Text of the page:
- Wunderman Thompson, a global creative agency, uses Watson Studio and IBM Cloud Pak for Data to release data from silos and help predict post-Covid19 strategies, drawing from anonymized data on 270 million people and $1.1 trillion in transactional data. Its machine learning pipeline increased the performance over its previous models by 200 percent or more.
7. What challenges did your team need to solve to deliver Watson Studio?
We needed to provide an integrated experience for users while also using a modular, extensible architecture. We had to make sure that more services and tools could be added while keeping an integrated end-to-end experience.
The most exciting breakthrough was our development of Watson Studio capabilities, including data access, data refinement, data analysis, and model training, all integrated end to end. We achieved this with a microservice architecture. We have project UI and API services and an overall header and navigation service as horizontal elements, and a range of microservices with a UI and API tier for the vertical tools and functions, such as Notebooks, Flows, AutoAI and Refinery.
Another challenge was to find a way to run Watson Studio across IBM Cloud, private clouds and third-party public clouds. We mapped our microservices to Kubernetes pods that we deploy on the IBM Cloud Kubernetes Service to run on the IBM Cloud. We also deploy on OpenShift Kubernetes to run on private clouds and third-party public clouds.
8. What do you think of the many different architectural approaches to building a platform in the areas of cloud, apps and data? For instance, some solutions take a cloud-led approach, others come from an analytics-specialist angle, and there are many new tool vendors.
With Watson Studio, from a product architecture point of view, we are on a cloud-first DevOps model. Parallel squads own DevOps for their respective microservices, with updates on a weekly basis, with the ability to apply fixes whenever needed. First, we make a new function available to IBMers, then to selected customers and then to all users on IBM Cloud. Then we make the new function available in releases of Watson Studio on Cloud Pak for Data and Watson Studio Desktop.
The users we focused on were data scientists who have Python or R skills. Then we expanded to enable data engineers to connect and catalog data, and AI Ops teams to take models to production in managed deployments. More recently, with the addition of AutoAI, we enabled a broader user base to train models, and with IBM Decision Optimization integration we enabled optimization experts to contribute.
9. Model Operations (ModelOps) is a megatrend. What is IBM is doing to synchronize apps and AI development cadences?
We wanted to enable applications using AI models to be always-on, so we introduced the concept of stable model endpoints (REST APIs), behind which new models can be deployed or previous models updated. To avoid disrupting service, we allow customers to add a new model or model version in the background behind a Watson Machine Learning model deployment, and then when it is available, customers can switch the endpoint to the new model and receive incoming requests without disruption.
On IBM Cloud, we run Watson Machine Learning (WML) and deploy models across three availability zones to guarantee high availability. With Watson Machine Learning on Cloud Pak for Data, customers can deploy WML and models on WML on two or more independent Cloud Pak for Data clusters, e.g. with an API gateway used for load balancing and failover to maximize availability.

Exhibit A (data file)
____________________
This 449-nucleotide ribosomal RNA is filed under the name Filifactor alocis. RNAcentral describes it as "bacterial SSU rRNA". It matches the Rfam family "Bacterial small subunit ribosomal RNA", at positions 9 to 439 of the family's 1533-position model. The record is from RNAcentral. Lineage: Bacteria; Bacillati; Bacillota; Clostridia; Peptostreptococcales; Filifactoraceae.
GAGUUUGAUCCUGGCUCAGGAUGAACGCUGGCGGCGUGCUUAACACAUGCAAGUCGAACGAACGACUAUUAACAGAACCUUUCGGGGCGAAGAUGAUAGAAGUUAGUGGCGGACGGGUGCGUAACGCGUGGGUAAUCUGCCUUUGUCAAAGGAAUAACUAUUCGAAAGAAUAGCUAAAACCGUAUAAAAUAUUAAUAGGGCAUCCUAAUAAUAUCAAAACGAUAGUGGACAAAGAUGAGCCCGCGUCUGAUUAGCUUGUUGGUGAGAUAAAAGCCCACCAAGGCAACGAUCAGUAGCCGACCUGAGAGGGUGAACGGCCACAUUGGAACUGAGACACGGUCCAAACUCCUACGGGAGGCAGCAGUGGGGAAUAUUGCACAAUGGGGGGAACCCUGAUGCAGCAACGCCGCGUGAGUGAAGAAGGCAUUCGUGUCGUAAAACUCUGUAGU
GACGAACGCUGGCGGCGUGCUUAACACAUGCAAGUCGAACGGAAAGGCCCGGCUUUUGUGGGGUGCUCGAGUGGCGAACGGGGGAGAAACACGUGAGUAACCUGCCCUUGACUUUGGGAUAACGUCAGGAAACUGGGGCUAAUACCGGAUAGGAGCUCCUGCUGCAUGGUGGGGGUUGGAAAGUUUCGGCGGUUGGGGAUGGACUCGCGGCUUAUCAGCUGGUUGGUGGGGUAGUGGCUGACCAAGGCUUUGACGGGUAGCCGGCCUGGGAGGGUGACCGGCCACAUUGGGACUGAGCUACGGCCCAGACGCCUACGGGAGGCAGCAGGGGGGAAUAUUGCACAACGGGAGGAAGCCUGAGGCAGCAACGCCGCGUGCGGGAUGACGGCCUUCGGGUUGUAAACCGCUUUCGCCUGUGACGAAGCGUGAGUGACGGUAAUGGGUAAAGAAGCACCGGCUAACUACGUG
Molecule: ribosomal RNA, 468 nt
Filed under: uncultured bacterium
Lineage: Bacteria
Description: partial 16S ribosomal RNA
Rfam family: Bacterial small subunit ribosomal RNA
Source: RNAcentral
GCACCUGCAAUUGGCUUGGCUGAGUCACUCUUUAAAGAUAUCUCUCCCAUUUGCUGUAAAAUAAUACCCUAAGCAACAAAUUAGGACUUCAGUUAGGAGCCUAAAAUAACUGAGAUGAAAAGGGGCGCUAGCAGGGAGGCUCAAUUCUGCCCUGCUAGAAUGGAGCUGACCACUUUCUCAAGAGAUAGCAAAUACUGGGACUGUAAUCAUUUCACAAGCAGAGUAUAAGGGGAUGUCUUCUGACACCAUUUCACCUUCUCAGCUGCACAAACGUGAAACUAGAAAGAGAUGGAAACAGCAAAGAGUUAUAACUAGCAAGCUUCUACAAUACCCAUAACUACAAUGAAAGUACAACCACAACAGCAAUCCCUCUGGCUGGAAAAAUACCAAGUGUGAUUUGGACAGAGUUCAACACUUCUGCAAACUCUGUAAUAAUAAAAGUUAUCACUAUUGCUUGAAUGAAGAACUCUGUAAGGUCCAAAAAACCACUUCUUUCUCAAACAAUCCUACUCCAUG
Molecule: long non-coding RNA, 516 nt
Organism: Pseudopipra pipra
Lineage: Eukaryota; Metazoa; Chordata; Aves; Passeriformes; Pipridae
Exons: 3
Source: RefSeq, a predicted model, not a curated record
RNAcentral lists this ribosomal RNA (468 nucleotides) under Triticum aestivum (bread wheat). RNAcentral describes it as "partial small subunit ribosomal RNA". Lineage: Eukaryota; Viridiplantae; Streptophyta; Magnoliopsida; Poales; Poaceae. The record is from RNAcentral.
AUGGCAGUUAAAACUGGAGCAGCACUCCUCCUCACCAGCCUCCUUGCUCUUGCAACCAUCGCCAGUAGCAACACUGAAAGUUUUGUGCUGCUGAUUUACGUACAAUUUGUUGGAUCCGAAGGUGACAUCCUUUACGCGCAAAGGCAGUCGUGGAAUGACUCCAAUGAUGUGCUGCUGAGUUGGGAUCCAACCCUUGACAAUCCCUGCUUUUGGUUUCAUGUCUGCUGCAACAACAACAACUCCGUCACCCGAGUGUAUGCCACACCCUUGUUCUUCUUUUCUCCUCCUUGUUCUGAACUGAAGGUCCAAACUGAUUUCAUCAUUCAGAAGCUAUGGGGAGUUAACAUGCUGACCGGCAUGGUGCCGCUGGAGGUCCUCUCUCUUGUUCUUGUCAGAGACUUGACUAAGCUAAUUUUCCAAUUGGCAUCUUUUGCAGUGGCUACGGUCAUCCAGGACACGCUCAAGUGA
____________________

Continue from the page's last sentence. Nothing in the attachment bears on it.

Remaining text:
10. In working with IBM Research, how did you crack the code to bring advanced research into an enterprise data science and AI platform?
A good example of our collaboration with IBM Research is the development of AutoAI. It first began as their project, and our product teams involved sponsor customers and applied design thinking to make it an integrated product capability. We worked with IBM Research to tweak AutoAI as a result of user feedback and released it via Watson Studio on IBM Cloud and on Cloud Pak for Data. Our collaboration with IBM Research continues on many fronts including AI governance and federated learning.
11. IBM has many products and innovative ideas in progress. How are they being synchronized to develop optimum solutions?
We initiated a project dedicated to drive standardization while bringing new innovations through Cloud Pak for Data and IBM Cloud. This is a framework of architectural principles and specifications with a set of commonly used APIs and base services, enabling each team to focus on functions that matter for users, while avoiding the duplication of underlying base components. Some examples are shared services for connectors, projects, spaces, logging and lineage.
12. Do you have advice for people who want to grow their skills in data science or are just starting?
Join the IBM Data Science Community for free and get a complimentary month to explore the popular IBM data science courses on Coursera.
Start with Watson Studio Cloud at no cost, without having to install anything.
Take this 45-minute product tour and get hands-on experience predicting customer churn and optimizing offers to keep customers.
And join me in a Data and AI Innovation Exchange webinar about ModelOps—and what you need to consider in automating AI lifecycle management. Register here.
*Gartner, Gartner Peer Insights ‘Voice of the Customer’: Data Science and Machine Learning Platforms, 10 July 2020, Peer Contributors
The Gartner Peer Insights Customers’ Choice badge is a trademark and service mark of Gartner, Inc., and/or its affiliates, and is used herein with permission. All rights reserved. Gartner Peer Insights Customers’ Choice constitute the subjective opinions of individual end-user reviews, ratings, and data applied against a documented methodology; they neither represent the views of, nor constitute an endorsement by, Gartner or its affiliates.